The economic challenges many countries are facing has also impacted on the advancement of women in politics. The issues of women and gender discrimination are often relegated to a lower priority while the majority of focus is given to economic improvement. In addition, women are more likely to take low paid roles with long hours to help support the family financially, while still providing unpaid child rearing, social replenishment and house management functions. This leaves many women with little time or thought left over to become involved in political activities. This means that not only do women lose their political voice and ability to influence policies and legislation; the wider political community also loses the value of their contribution and perspective.

Having higher percentages of women politicians improves the image of parties. This can improve their reputation with the electorate. They are more likely to be perceived as representing and taking into consideration the views of both genders when formulating policies. Electoral campaigns and strategies can also be strengthened with a higher participation of women as they will connect more empathetically with the issues and concerns of women voters.

Socialist International Women supports the quota system of electing women into government as a temporary measure to get women into political positions and to achieve parity democracy, while also emphasising the proven effectiveness of robust and politically sustainable gender-sensitive frameworks, legislation and policies to encourage and support women in pursuing political careers.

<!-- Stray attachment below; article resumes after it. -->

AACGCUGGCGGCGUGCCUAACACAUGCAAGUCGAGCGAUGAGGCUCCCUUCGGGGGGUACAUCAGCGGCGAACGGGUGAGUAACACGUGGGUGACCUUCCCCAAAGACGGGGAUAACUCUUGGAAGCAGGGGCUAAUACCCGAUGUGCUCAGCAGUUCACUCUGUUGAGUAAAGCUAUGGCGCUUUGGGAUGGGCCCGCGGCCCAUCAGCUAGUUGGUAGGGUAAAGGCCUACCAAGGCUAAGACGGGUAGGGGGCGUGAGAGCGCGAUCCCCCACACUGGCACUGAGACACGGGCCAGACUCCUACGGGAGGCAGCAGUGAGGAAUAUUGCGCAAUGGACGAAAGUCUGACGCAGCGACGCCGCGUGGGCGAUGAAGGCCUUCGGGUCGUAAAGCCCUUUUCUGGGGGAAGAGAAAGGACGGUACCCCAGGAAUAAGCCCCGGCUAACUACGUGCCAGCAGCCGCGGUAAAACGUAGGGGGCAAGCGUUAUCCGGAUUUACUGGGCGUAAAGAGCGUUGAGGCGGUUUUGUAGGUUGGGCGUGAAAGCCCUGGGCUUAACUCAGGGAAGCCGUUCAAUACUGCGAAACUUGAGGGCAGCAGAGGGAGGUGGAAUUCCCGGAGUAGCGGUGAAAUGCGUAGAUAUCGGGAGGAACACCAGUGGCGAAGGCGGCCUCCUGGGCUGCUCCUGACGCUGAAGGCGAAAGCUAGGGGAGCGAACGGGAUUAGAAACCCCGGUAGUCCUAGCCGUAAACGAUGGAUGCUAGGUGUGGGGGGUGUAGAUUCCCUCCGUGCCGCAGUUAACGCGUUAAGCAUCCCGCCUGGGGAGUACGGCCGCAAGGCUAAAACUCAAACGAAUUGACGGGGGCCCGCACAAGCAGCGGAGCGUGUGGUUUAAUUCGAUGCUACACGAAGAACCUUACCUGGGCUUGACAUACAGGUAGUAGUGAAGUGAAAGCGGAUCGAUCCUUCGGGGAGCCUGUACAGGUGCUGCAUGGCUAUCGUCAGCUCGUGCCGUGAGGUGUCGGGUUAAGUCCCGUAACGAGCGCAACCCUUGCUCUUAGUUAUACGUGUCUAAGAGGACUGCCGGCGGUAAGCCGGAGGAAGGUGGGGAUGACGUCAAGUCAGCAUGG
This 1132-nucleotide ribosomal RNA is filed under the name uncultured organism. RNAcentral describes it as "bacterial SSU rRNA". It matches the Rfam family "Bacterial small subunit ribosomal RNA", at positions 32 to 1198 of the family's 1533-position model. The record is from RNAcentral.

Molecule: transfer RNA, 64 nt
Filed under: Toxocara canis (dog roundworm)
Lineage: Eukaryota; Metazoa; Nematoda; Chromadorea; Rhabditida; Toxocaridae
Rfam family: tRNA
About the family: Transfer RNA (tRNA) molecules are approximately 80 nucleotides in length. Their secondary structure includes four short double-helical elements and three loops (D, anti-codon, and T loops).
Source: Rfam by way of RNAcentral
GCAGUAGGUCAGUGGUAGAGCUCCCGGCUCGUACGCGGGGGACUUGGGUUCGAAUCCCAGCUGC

Socialist International Women calls on governments, member parties of Socialist International, the UN and NGOs to help accelerate the progress of increased participation of women in politics and improve working conditions within political structures which support this by:

promoting the institutionalisation of gender equality within party and national/state government structures, processes and practices

formulating and adopting frameworks, programmes and initiatives which champion and support the participation and advancement of women in politics, for example: allocating extra campaign funding for parties which have 30%, and more, women candidates in electable places in the list

ensuring equal access for both genders to financial and other resources and campaign funds

raising the profile of gender issues by making them an integral part of party electoral strategy

encouraging gender-responsive governance at the local, state and national level

campaigning for legislative and policy changes across all political processes which support the increased participation of women politicians

introducing the practice of gender budgeting to be monitored on all levels of governance: municipal, regional and national.